Monoamine oxidase inhibitors
The last class of drugs we will consider are the inhibitors of monoamine oxidase (MAO). When we compare the re-action products in Figure 10.3 and in Figure 10.20b, re-spectively, they look fairly different14; yet both may be accounted for by the enzymatic mechanism outlined in Figure 10.21a in simplified form 15. The enzyme reaction starts with the abstraction of an electron from the substrate, which converts both the substrate and the enzyme to rad-icals. Subsequently, the substrate is dehydrogenated to a Schiff Base, which in turn is hydrolyzed to an aldehyde. Hydrogen and electrons wind up bound to the FAD pros-thetic group of the enzyme.
The hypothetic reaction mechanism for the inhibitor tranyl-cypromine is shown in Figure 10.21b. Abstraction of the first electron causes the (instable) cyclopropyl ring to open, and the radical thus formed recombines with the one formed at the enzyme to yield a covalent adduct. Because of this covalent attachment to the enzyme, the effect of MAO inhibitors outlasts the elimination of the drug and is only reversed by synthesis of new enzyme, which will re-quire days to weeks after discontinuation.
MAO inhibitors will act peripherally and may act centrally, again depending on their pharmacokinetic properties. They have, like reserpine, been used for both antihypertensive and antipsychotic treatment but now been superseded by more selectively acting drugs. However, there recently has been renewed interest in the development of MAO B-selec-tive inhibitors, since that enzyme subtype acts preferential-ly on serotonin and in the central nervous system; some of the side effects could thus be avoided or ameliorated. MAO B inhibitors have also been reported to increase the lifetime of dopamine and therefore to be beneficial in Parkinson's disease; similarly, inhibitors of COMT have more recently been introduced as a supplement to therapy in this disease.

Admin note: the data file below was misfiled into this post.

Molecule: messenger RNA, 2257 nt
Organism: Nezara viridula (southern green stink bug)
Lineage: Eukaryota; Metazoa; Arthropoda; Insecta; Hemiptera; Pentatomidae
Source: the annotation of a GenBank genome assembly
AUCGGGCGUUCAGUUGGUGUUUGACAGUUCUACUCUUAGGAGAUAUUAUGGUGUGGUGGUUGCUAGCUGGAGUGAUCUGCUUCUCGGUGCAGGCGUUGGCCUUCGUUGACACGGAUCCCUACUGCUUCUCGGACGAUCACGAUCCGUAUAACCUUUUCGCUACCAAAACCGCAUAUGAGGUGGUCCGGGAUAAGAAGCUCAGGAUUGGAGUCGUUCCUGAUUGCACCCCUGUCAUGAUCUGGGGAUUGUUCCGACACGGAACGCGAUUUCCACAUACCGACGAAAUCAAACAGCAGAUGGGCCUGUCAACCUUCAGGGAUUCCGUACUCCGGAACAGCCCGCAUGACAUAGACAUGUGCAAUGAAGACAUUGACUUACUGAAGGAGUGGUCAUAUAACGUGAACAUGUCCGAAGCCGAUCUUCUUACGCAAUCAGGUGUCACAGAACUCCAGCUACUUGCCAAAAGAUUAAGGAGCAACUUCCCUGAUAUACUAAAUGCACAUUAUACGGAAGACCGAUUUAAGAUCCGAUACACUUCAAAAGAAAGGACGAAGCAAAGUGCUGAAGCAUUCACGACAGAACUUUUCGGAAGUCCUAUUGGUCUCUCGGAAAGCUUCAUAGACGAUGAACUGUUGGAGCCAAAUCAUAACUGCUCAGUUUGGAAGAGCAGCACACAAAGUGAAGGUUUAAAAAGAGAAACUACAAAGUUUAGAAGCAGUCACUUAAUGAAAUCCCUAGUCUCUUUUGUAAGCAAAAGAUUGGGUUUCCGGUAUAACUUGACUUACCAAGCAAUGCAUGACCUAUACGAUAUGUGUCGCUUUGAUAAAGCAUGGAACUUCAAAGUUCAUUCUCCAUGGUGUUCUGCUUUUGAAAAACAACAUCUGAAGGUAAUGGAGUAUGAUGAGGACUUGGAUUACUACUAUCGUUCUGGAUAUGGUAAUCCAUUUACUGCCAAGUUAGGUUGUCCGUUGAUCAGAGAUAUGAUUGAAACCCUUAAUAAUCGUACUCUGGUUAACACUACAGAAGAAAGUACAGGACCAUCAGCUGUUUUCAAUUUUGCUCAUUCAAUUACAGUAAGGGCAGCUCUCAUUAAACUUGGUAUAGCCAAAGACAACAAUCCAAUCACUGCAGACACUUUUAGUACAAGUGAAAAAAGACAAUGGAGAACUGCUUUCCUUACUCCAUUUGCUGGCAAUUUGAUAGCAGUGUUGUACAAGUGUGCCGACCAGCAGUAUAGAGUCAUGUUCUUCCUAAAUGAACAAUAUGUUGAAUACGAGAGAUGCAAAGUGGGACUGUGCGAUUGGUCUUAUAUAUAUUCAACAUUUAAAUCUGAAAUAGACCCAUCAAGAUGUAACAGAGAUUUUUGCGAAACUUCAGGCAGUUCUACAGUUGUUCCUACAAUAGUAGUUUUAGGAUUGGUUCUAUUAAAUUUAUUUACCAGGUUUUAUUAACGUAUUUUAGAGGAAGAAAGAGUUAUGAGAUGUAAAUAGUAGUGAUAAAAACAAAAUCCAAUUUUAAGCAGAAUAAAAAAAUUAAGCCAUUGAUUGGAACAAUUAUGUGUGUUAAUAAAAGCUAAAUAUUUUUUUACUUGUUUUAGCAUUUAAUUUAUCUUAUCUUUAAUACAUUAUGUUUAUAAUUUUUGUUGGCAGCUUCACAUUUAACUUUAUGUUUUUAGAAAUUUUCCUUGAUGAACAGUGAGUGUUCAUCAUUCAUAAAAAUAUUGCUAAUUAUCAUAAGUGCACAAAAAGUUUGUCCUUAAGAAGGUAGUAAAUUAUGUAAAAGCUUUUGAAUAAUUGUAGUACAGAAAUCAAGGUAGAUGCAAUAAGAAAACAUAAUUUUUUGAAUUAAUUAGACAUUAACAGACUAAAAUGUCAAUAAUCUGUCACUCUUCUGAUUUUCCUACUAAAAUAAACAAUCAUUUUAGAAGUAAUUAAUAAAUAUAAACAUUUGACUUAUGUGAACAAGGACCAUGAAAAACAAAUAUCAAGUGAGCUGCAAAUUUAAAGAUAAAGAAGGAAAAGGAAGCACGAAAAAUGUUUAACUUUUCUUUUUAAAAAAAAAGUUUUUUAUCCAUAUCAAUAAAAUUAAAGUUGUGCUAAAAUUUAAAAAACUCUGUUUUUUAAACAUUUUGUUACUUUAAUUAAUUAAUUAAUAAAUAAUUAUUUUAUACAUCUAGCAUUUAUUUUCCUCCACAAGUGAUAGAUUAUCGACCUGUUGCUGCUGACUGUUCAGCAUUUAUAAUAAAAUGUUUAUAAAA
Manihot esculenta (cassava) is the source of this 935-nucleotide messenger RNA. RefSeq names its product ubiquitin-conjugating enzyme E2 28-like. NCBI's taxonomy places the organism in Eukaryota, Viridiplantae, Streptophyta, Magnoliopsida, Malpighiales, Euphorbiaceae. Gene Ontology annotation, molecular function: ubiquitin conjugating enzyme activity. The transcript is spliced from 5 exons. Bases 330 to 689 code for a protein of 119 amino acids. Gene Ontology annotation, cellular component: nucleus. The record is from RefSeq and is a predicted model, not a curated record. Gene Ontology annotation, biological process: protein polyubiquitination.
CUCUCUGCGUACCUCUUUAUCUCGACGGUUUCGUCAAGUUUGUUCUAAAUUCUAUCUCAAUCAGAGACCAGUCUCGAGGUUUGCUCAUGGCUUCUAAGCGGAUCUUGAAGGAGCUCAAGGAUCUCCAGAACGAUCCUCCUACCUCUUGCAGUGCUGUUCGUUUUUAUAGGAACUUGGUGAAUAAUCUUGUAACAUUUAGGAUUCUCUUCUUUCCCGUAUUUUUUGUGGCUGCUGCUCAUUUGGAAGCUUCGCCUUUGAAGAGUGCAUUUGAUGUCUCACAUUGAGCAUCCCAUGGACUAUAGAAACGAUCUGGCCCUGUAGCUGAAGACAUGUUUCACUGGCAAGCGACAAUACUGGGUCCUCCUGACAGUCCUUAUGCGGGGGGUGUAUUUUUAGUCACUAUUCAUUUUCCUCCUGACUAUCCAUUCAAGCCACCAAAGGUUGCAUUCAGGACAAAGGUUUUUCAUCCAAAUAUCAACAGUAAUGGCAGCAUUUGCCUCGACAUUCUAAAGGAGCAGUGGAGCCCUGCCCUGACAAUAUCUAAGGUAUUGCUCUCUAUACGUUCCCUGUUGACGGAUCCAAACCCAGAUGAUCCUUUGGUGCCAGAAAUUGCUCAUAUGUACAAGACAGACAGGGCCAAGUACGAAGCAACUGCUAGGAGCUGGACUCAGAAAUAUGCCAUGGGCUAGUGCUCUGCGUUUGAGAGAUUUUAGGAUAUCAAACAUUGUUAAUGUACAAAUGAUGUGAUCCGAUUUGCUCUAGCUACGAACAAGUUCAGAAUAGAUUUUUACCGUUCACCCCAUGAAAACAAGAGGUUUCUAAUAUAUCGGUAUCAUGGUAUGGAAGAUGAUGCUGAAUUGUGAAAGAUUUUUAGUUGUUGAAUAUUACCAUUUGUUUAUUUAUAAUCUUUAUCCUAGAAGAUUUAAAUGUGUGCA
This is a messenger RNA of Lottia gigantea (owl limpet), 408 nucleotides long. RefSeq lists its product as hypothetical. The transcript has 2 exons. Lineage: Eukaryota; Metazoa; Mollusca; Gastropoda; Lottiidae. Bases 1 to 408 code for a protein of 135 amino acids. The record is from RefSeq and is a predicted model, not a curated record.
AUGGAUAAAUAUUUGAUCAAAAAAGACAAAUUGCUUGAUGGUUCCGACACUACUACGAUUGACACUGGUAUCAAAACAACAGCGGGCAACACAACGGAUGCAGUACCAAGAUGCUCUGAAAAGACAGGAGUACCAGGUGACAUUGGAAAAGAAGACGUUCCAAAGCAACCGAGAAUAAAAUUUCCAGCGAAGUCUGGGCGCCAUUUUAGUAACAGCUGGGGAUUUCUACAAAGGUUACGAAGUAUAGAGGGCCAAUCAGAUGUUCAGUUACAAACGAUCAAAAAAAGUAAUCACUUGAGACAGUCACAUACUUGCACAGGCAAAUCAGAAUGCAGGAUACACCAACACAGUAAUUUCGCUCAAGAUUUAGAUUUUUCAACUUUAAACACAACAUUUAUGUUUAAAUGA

Hello, wake up. So, why should MAO inhibitors have an antihypertensive effect? Decreased degradation of catecholamines should increase the availability of nore-pinephrine and increase rather than decrease blood pres-sure, shouldn't it? My textbook says that it works as fol-lows (Figure 10.22): Small amounts of tyrosine will always get decarboxylated to tyramine. Normally, tyramine is scavenged by monoamine oxidase. However, if this path-way is blocked, tyramine will get converted instead to oc then act as a false transmitter, in the same way as discussed above for guanethidine and methyl-DOPA.
Nice huh? But most likely wrong. The same text does not fail to mention the so-called ‘cheese reaction’, which consists in a sudden rise of blood pressure in patients receiving MAO inhibitors. Cheese – as well as other types of fermented food, such as salami or summer sausage – is rich in decarboxylation products of amino acids (amines), which are in part responsible for the characteristic flavours. The one of interest here is indeed tyramine16. Tyramine acts as an ‘indirect sympathomimetic’, much in the same way as amphetamine does. It can hardly be held responsible for lowering and increasing the blood pressure at the same time.
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